The first allows the inclusion of procedures into a JCL and the second allows a program to be called (which is not necessarily a COBOL program).
JCL source code example
If you find the first category of "EXEC" cards then it means that there are procedures used by the jobs. You must then make sure you have the corresponding source files. If not, then you can ask the customer to give you the missing procedures.
You will inevitably find the second category of "EXEC" cards because the main goal of a JCL is to run programs (utility, technical and application programs). If you build the list of called programs then you will be able to check if it does not miss any. However, you will have to distinguish the technical programs from the others. It is often easier to run the analysis and to check any unresolved programs after the analysis has completed.
A COBOL-based application can have a transactional part. This step explains how to find out usages related to transactions and helps the reader to identify the corresponding components. The Mainframe Analyzer can analyze on-line programs developed to run on the CICS environment. It works with several types of information:
- Macros embedded in the program source code
- Screen definition
- CSD table
You can easily find out if the programs use CICS commands by scanning the source files with a GREP tool to find embedded macros. These macros look like the embedded SQL macros and start with the "EXEC CICS" string.
If there are CICS programs then there are generally also screen definition files (except if the screens are managed by another software layer). These files contain BMS code describing the screens (named maps). You can find them by using your GREP tool and searching for the "DFHMSD" string.
There is a similar concept on IMS DC environment. Screens are described in MFS files. The MFS language is a macro language like BMS but it can not be analyzed by the CAST CICS analyzer. So be careful if you hear the word MFS. In addition, if the customer uses IMS DC, then it is not appropriate to ask him BMS files…
BMS map source code example
Finally, if there are CICS programs, then it is useful to also have the CSD table. It allows the creation of CICS objects and more particularly links from transactions to programs.
The CICS Analyzer currently works with the definition of the CSD resources and not with a dump of them. This should contain the following statements (you can see an example in the Figure 8):
- DEFINE TRANSACTION()
- DEFINE PROGRAM()
- DEFINE TDQUEUE()
- DEFINE FILE()
- DEFINE MAPSET()
This resource definition can be delivered via a copy (into an ASCII flat file) of the script used to define the CICS environment or by using a JCL in order to extract this information from CICS. The following JCL is shown as an example. If you want to use it, then you have to configure it according to the norms used in the execution environment and then you must specify the lists or the groups of CICS objects to collect (please note that you cannot specify a list and a group on the same command). The application owners and/or CICS administrators are best placed to help you retrieve the information you need.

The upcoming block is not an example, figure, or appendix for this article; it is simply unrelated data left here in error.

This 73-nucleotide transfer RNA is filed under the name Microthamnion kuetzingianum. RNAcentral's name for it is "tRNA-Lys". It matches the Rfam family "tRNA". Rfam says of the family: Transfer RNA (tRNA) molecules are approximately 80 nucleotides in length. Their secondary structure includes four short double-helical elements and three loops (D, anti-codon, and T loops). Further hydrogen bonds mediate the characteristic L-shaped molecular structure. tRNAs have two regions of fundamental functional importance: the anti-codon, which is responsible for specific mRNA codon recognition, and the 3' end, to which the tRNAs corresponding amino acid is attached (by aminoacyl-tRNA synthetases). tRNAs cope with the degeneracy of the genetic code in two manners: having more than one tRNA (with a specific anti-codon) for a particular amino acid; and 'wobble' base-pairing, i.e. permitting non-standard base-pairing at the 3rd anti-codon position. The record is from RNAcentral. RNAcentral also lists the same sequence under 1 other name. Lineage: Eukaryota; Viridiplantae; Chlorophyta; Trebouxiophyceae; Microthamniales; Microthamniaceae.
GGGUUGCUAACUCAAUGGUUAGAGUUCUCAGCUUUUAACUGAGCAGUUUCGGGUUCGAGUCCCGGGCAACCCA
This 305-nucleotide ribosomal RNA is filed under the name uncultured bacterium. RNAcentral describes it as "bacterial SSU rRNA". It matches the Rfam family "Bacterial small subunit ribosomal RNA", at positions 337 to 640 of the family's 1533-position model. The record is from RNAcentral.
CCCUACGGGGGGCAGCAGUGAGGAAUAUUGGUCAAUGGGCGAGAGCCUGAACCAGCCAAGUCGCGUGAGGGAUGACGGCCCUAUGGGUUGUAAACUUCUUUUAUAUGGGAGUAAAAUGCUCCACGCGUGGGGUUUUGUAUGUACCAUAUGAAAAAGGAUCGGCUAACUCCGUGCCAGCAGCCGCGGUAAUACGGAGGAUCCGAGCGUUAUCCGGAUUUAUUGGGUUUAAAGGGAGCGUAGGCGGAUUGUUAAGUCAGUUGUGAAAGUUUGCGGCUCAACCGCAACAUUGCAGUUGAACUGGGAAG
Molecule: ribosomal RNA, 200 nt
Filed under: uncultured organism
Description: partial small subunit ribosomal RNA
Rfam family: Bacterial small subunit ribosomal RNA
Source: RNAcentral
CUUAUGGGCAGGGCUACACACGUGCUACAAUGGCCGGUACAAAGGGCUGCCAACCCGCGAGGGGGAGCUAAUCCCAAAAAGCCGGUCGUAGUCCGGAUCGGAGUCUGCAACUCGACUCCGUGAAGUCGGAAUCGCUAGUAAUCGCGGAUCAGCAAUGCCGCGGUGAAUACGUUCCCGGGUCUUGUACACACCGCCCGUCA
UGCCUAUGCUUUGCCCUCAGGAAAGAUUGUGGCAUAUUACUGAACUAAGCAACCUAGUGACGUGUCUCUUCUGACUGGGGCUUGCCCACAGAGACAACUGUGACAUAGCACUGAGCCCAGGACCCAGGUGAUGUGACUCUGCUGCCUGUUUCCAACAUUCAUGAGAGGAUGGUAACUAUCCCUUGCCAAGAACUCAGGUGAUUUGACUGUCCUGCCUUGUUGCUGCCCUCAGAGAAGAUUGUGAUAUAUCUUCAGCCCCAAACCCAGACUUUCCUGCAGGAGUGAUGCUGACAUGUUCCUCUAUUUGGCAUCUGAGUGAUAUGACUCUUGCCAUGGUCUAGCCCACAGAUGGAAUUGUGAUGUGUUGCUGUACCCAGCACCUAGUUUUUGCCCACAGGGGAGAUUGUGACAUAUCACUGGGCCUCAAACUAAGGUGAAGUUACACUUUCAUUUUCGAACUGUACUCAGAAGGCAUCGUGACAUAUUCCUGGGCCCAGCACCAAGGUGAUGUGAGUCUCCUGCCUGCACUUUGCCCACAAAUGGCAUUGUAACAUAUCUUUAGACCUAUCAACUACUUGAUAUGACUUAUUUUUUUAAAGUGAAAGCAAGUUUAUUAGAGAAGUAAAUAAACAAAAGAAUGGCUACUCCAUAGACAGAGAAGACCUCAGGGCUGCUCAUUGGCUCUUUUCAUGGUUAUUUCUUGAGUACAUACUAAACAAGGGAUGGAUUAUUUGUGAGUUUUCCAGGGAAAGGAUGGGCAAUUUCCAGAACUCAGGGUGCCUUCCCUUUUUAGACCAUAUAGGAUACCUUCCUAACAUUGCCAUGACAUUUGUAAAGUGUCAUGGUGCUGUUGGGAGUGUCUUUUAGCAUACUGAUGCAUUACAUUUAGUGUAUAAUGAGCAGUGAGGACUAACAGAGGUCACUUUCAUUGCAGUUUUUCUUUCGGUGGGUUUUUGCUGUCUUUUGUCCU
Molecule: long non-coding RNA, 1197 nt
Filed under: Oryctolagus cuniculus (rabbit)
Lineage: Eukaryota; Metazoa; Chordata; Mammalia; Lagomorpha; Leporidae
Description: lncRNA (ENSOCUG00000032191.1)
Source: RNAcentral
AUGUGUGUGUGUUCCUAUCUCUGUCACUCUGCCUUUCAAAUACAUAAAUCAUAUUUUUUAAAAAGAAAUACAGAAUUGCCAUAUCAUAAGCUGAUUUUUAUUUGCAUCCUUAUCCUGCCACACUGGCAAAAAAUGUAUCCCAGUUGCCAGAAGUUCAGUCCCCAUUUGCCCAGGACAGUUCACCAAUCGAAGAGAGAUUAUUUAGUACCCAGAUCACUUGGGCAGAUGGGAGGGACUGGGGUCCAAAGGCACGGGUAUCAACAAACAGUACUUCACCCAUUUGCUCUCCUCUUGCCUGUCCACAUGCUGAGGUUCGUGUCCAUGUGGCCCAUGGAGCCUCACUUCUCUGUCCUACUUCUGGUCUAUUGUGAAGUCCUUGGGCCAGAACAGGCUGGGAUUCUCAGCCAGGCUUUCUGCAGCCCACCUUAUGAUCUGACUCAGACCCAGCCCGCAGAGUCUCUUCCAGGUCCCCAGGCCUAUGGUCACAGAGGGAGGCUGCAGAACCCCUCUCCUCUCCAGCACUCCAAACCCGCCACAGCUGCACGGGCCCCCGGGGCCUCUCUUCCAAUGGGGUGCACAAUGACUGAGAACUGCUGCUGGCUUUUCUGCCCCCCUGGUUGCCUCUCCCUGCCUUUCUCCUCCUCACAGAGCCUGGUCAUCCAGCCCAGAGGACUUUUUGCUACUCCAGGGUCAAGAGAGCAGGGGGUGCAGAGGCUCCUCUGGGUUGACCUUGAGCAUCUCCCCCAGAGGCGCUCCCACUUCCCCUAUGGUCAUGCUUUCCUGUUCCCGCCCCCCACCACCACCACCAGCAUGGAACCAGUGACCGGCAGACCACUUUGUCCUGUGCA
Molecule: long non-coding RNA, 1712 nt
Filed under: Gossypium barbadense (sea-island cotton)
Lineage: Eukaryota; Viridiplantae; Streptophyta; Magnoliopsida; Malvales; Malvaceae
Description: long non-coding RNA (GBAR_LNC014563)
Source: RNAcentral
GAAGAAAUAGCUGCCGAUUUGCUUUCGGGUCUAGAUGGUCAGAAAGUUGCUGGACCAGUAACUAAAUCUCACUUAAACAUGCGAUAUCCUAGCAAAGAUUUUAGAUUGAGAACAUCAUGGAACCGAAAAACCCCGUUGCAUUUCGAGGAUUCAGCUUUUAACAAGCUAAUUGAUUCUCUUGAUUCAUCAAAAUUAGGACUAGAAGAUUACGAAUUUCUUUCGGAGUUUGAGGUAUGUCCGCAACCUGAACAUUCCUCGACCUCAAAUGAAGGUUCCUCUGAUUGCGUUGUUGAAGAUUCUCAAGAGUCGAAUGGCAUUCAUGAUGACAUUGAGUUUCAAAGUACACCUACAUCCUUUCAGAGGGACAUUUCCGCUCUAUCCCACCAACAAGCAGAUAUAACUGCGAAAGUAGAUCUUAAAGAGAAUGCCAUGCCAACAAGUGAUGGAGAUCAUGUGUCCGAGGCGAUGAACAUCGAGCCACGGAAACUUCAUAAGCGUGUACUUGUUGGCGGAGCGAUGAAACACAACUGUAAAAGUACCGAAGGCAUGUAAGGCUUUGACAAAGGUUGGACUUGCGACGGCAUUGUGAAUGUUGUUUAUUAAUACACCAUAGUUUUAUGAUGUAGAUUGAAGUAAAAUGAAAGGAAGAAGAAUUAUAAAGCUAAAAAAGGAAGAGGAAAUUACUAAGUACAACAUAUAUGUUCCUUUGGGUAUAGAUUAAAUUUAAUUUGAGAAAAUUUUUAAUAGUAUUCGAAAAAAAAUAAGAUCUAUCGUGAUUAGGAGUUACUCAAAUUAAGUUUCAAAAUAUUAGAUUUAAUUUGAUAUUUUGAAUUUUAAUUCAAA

Example of JCL code to extract the CSD
The resulting flat file must look like this:
CICS CSD flat file example
The goal of this step is to explain to the reader how to find information about accesses to databases made by COBOL programs and to indicate which different files the Mainframe Analyzer needs.
A COBOL program can access several types of database:
- Relational (e.g: IBM DB2)
- Network (e.g: CA IDMS)
- Hierarchical (e.g: IBM IMS/DB)
The Mainframe Analyzer can detect the accesses made to a DB2 or an Oracle relational database and to an IMS/DB hierarchical database. However, these detections are not based on the same types of information.
DB2 and Oracle
If the COBOL programs access a relational database like DB2 or Oracle through embedded SQL (queries are delimited by the "EXEC SQL" and "END-EXEC" strings), then it is necessary to analyze it in the same application. The CAST Management Studio will automatically perform database analysis before programs analysis. Links will be drawn when analyzing programs. As such, it is important to check if the COBOL code contains SQL queries before defining the Analysis Units.
If not, then the links will not be created in the Analysis Service. However, it is possible to draw complementary links by using the "Dependencies" tab of the Application editor available in CAST Management Studio.
Please read the following Cook Books related to database analysis for more information about that subject:
- "CB - 007 - Oracle Database Analysis", section 3.6
- "CB - 008 - DB2 LUW Database Analysis", section 3.5
- "CB - 010 - ASE and SQL Server Database Analysis", section 3.3
- "CB - 015 - DB2 for zOS Database Analysis", Step 1
IMS database structure is directly analyzed by the Mainframe Analyzer through the database definition files (DBD). Without these files, you will not be able to analyze these databases. The IMS/DB accesses are made via embedded macros starting with "EXEC DLI" (in the CICS context only) or more generally through a technical sub-program called "CBLTDLI". In addition, main programs making access to IMS contain the entry point "DLITCBL" at the beginning of the PROCEDURE division. So if you want to know if a program is an IMS program, then you should find out one of these syntaxes: